This paper explains how to use multiple hypotheses from the speech recognition engine to improve the performance of a statistical MT system. Available online for purchase or by subscription.

                                                                                                                                                                              Find this resource:

                                                                                                                                                                              • Ney, Hermann. 1999. Speech translation: Coupling of recognition and translation. In Proceedings of the IEEE International Conference on Acoustics, Speech, and Signal Processing, ICASSP 99, Phoenix, 15–19 March 1999. Vol. 1, Speedy processing 1. Edited by W. Bastiaan Kleijn and Joe Picone, 517–520. Piscataway, NJ: Institute of Electrical and Electronics Engineers.

                                                                                                                                                                                Save Citation »Export Citation »E-mail Citation »

                                                                                                                                                                                This paper reformulates the Bayes optimal decision rule for an integrated speech recognition / machine translation architecture.

                                                                                                                                                                                Find this resource:

                                                                                                                                                                                • Rayner, Manny, David Carter, Pierrette Bouillon, Vassilis Digalakis, and Mats Wirén, eds. 2000. The spoken language translator. Cambridge, UK: Cambridge Univ. Press.

                                                                                                                                                                                  Save Citation »Export Citation »E-mail Citation »

                                                                                                                                                                                  This book summarizes the main findings and realizations of another international collaborative project in speech translation in the air travel information domain, the Spoken Language Translator (1992–1999), which gathered several European and American teams. The MT engine is rule-based and robustness is achieved through the stacking of several transfer models operating over increasingly rich representations.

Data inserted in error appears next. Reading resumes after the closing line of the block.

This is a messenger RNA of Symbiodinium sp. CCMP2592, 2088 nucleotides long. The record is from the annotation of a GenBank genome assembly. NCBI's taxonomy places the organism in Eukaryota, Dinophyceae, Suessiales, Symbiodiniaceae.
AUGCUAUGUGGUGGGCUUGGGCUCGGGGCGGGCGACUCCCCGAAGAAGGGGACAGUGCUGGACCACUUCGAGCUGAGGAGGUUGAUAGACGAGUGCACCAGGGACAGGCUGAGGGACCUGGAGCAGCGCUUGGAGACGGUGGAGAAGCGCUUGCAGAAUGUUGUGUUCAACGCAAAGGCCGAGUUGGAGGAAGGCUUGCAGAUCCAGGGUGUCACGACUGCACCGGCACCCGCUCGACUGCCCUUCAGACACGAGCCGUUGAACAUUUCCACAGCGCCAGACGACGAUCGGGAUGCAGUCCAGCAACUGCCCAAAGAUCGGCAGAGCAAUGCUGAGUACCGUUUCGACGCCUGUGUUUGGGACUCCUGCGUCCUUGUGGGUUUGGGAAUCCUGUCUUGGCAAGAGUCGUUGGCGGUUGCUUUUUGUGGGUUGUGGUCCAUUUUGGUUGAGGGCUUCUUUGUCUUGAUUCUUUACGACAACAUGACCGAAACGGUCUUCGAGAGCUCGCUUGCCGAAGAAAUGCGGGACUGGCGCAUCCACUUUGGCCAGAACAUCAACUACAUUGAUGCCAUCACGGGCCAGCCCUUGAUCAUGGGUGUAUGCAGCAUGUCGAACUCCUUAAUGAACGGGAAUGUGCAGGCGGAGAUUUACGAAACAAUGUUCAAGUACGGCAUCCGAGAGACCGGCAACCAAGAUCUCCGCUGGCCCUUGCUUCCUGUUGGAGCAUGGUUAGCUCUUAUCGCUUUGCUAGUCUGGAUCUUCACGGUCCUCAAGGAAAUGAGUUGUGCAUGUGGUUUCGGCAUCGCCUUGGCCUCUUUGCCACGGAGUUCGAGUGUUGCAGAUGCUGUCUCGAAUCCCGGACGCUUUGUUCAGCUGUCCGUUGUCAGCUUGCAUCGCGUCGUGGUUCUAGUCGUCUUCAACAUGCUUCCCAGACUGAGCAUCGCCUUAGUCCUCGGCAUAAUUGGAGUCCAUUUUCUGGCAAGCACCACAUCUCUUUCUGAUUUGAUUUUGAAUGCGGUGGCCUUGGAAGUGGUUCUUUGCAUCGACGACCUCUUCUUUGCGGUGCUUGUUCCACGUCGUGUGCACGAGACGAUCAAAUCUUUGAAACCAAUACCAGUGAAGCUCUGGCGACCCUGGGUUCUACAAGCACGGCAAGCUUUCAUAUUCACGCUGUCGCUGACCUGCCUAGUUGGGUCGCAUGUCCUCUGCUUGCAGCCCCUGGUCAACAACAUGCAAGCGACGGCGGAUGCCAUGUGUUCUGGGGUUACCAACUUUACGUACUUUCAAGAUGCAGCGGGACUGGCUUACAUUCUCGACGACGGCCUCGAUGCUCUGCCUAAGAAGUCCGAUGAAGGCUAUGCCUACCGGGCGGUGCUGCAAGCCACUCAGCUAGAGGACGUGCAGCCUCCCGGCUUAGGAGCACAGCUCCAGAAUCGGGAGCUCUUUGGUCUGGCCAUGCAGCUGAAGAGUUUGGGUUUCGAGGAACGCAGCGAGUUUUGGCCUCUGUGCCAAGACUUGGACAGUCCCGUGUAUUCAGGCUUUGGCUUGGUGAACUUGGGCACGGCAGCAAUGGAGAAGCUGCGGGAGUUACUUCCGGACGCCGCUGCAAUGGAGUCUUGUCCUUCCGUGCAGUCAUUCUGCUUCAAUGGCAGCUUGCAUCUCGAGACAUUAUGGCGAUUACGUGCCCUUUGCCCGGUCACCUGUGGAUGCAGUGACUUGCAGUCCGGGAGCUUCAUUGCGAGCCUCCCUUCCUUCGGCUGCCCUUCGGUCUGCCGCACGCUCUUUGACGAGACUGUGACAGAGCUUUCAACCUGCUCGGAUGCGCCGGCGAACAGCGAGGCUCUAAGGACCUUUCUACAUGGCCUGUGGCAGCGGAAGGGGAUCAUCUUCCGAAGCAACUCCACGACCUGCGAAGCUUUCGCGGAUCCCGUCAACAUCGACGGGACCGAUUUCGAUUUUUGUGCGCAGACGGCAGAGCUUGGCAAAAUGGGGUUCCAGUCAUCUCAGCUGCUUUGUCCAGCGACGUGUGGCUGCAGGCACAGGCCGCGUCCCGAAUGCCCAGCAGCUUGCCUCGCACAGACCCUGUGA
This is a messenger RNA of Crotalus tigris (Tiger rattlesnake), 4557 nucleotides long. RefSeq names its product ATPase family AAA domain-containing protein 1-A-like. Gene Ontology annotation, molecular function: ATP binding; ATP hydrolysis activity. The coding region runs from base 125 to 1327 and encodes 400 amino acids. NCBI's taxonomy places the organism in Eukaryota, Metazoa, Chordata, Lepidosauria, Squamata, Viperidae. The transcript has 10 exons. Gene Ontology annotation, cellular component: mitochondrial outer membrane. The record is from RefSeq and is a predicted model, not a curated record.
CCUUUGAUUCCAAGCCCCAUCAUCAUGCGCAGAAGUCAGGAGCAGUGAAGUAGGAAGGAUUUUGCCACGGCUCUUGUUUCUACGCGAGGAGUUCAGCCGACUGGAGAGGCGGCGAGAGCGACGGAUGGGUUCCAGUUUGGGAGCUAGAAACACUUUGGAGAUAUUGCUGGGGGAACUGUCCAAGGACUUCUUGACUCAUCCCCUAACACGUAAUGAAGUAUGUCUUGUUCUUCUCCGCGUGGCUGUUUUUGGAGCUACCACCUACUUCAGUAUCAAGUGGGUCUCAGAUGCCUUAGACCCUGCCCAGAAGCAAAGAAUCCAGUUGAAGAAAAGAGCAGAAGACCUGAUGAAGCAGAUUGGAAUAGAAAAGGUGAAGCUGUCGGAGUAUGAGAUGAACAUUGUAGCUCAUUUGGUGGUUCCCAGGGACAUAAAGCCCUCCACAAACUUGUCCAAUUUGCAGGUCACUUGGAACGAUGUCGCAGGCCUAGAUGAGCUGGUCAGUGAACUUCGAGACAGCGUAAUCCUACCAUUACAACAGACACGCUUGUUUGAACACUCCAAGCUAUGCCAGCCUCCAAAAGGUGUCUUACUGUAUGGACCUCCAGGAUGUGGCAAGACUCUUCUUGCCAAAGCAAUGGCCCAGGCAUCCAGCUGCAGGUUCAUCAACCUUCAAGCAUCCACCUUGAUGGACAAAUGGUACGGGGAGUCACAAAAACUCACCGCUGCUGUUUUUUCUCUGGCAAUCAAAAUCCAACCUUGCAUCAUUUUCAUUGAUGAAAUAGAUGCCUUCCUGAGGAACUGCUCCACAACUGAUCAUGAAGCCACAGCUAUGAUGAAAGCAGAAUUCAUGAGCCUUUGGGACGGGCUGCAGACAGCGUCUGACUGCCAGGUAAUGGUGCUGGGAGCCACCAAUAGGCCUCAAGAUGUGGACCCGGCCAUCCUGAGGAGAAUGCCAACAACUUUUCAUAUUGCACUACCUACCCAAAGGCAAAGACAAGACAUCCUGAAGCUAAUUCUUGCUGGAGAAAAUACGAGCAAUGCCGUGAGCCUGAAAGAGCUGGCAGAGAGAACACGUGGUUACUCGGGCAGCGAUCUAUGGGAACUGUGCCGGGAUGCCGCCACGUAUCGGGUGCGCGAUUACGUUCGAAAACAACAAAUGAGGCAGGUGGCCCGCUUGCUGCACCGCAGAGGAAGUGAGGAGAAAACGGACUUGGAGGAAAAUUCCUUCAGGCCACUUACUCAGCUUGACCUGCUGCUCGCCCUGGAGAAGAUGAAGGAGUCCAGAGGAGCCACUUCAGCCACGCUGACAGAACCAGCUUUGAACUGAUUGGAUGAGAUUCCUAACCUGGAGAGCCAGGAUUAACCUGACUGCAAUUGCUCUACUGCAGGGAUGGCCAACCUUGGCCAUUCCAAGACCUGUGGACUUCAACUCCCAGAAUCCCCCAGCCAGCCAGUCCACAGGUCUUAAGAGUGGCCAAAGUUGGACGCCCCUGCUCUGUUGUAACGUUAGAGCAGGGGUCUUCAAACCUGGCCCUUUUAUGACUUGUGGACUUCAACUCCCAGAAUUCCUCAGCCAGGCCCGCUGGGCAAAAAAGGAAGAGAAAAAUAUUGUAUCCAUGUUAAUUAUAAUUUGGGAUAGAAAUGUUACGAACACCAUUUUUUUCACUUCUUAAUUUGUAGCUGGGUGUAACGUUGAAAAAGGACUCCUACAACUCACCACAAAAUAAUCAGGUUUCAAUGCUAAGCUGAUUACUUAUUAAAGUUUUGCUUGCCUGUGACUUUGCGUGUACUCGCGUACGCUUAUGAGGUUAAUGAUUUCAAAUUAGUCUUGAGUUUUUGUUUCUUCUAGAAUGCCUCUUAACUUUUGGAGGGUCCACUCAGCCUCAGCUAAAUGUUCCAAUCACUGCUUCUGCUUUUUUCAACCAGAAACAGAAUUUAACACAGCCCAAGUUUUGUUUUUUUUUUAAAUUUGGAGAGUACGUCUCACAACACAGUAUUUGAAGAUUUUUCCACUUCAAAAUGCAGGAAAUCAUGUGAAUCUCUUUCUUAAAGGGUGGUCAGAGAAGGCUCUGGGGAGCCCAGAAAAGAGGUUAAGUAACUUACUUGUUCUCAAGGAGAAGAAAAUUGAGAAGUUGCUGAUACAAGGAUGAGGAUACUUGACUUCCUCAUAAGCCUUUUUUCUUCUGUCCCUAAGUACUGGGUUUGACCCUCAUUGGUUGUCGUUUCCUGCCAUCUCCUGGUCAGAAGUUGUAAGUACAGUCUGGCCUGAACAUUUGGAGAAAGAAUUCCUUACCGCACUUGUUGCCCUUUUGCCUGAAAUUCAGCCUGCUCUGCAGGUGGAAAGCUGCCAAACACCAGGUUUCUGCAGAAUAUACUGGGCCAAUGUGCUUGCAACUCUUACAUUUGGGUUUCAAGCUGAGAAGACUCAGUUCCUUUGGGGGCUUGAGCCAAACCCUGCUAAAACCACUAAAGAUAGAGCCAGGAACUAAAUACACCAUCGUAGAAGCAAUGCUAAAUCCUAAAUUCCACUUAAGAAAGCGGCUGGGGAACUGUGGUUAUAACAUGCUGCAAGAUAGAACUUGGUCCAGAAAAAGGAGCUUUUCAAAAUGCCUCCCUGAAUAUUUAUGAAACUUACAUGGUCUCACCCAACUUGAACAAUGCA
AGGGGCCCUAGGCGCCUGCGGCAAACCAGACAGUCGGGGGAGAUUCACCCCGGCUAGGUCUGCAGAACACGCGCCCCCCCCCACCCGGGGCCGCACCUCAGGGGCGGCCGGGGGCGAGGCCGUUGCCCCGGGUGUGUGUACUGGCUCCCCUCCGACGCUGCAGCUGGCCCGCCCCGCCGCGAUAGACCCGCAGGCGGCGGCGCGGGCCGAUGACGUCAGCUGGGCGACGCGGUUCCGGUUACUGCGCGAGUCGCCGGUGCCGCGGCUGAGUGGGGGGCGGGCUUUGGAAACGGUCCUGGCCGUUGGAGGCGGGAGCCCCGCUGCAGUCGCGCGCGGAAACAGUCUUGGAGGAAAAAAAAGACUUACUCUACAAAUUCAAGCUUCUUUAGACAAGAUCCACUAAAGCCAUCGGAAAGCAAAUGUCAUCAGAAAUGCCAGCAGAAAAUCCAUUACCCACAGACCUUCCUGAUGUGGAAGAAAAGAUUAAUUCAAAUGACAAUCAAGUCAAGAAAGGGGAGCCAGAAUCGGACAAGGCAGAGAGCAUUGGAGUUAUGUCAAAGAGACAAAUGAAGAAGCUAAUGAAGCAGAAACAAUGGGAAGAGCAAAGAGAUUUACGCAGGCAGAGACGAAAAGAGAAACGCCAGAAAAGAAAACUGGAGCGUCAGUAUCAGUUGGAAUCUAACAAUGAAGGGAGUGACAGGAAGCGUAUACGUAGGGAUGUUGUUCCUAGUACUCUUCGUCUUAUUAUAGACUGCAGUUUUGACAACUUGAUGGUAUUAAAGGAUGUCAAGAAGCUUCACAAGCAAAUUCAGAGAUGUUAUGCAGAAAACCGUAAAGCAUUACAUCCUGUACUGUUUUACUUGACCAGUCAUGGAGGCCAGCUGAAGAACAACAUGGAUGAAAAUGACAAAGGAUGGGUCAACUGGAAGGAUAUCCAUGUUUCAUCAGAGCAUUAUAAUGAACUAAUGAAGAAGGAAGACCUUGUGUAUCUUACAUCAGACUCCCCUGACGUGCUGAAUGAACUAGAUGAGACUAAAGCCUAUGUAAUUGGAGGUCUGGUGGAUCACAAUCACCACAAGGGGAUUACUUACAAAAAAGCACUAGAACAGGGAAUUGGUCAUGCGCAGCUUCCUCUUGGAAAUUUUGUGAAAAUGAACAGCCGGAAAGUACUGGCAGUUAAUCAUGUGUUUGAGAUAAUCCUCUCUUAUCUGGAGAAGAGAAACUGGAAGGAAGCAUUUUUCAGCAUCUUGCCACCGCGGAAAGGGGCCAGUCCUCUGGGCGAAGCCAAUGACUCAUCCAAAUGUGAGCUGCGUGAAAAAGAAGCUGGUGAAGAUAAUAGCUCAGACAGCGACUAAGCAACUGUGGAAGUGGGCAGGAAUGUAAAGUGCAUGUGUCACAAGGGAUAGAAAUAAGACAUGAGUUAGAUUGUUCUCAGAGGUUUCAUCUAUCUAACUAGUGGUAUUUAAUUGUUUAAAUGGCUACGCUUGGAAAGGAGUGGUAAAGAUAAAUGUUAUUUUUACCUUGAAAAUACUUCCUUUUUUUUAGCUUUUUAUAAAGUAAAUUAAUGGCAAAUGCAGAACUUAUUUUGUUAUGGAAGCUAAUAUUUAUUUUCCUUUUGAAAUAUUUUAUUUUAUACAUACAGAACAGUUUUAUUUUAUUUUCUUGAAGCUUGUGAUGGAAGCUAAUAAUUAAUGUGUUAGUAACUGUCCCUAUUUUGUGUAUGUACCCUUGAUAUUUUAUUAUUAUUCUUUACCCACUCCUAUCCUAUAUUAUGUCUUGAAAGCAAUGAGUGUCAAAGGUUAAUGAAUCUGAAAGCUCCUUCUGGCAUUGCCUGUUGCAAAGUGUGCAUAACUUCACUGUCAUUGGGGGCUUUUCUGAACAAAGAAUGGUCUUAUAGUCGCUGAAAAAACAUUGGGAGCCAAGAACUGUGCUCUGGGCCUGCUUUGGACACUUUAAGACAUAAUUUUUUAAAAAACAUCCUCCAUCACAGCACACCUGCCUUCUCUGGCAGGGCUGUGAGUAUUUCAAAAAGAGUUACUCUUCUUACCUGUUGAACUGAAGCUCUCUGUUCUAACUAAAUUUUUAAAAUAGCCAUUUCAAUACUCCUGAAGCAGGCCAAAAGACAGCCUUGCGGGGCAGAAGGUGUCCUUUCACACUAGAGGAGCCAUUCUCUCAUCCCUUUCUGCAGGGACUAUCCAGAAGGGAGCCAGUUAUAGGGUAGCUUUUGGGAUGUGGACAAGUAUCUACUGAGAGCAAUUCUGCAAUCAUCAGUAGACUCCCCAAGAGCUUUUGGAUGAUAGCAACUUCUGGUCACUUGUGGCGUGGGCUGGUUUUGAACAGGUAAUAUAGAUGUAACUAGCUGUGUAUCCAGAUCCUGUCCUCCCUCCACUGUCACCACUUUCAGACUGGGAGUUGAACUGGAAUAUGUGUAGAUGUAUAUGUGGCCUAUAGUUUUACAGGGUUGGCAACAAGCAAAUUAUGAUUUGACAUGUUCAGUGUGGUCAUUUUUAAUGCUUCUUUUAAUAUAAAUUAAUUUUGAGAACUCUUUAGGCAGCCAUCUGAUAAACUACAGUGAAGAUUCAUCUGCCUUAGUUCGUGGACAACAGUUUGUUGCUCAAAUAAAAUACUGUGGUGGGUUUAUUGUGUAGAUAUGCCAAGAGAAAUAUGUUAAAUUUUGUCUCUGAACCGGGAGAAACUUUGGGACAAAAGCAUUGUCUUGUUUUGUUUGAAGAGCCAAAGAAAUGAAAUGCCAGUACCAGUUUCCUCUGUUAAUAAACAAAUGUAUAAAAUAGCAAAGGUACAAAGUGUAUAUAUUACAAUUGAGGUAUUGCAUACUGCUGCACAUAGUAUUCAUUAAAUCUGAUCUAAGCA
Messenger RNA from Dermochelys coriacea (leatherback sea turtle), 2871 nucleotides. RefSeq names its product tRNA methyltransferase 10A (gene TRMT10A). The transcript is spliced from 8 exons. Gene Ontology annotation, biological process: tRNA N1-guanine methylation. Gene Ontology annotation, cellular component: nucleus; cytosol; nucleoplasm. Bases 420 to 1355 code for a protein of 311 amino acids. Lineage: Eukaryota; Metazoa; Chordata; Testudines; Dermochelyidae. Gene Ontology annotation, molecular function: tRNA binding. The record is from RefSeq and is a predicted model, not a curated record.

Find this resource:

                                                                                                                                                                                  • Vidal, Enrique. 1997. Finite-state speech-to-speech translation. In Proceedings of the IEEE International Conference on Acoustics, Speech, and Signal Processing, 21–24 April 1997, Munich, Germany. Vol. 1. Edited by Heinrich Niemann and Josef A. Nossek, 111–114. Piscataway, NJ: Institute of Electrical and Electronics Engineers.

                                                                                                                                                                                    DOI: 10.1109/ICASSP.1997.599563Save Citation »Export Citation »E-mail Citation »

                                                                                                                                                                                    A conceptually clean integration of speech recognition and machine translation using the formalism of finite-state transducers. This small-scale system has inspired many subsequent attempts to combine these two modules. Available online for purchase or by subscription.

                                                                                                                                                                                    Find this resource:

                                                                                                                                                                                    • Wahlster, Wolfgang, ed. 2000. Verbmobil: Foundations of speech-to-speech translation. Artificial Intelligence. New York: Springer.

                                                                                                                                                                                      DOI: 10.1007/978-3-662-04230-4Save Citation »Export Citation »E-mail Citation »

                                                                                                                                                                                      An edited collection summarizing the advances in S2ST achieved in the course of the German Verbmobil project, an eight-year effort involving about twenty teams and several hundred researchers. Contributions concern all aspects of S2ST systems. Several MT architectures were notably compared, including the first attempts at using SMT for speech input by H. Ney’s group. This project had an enormous impact in the development of natural language processing and MT technologies.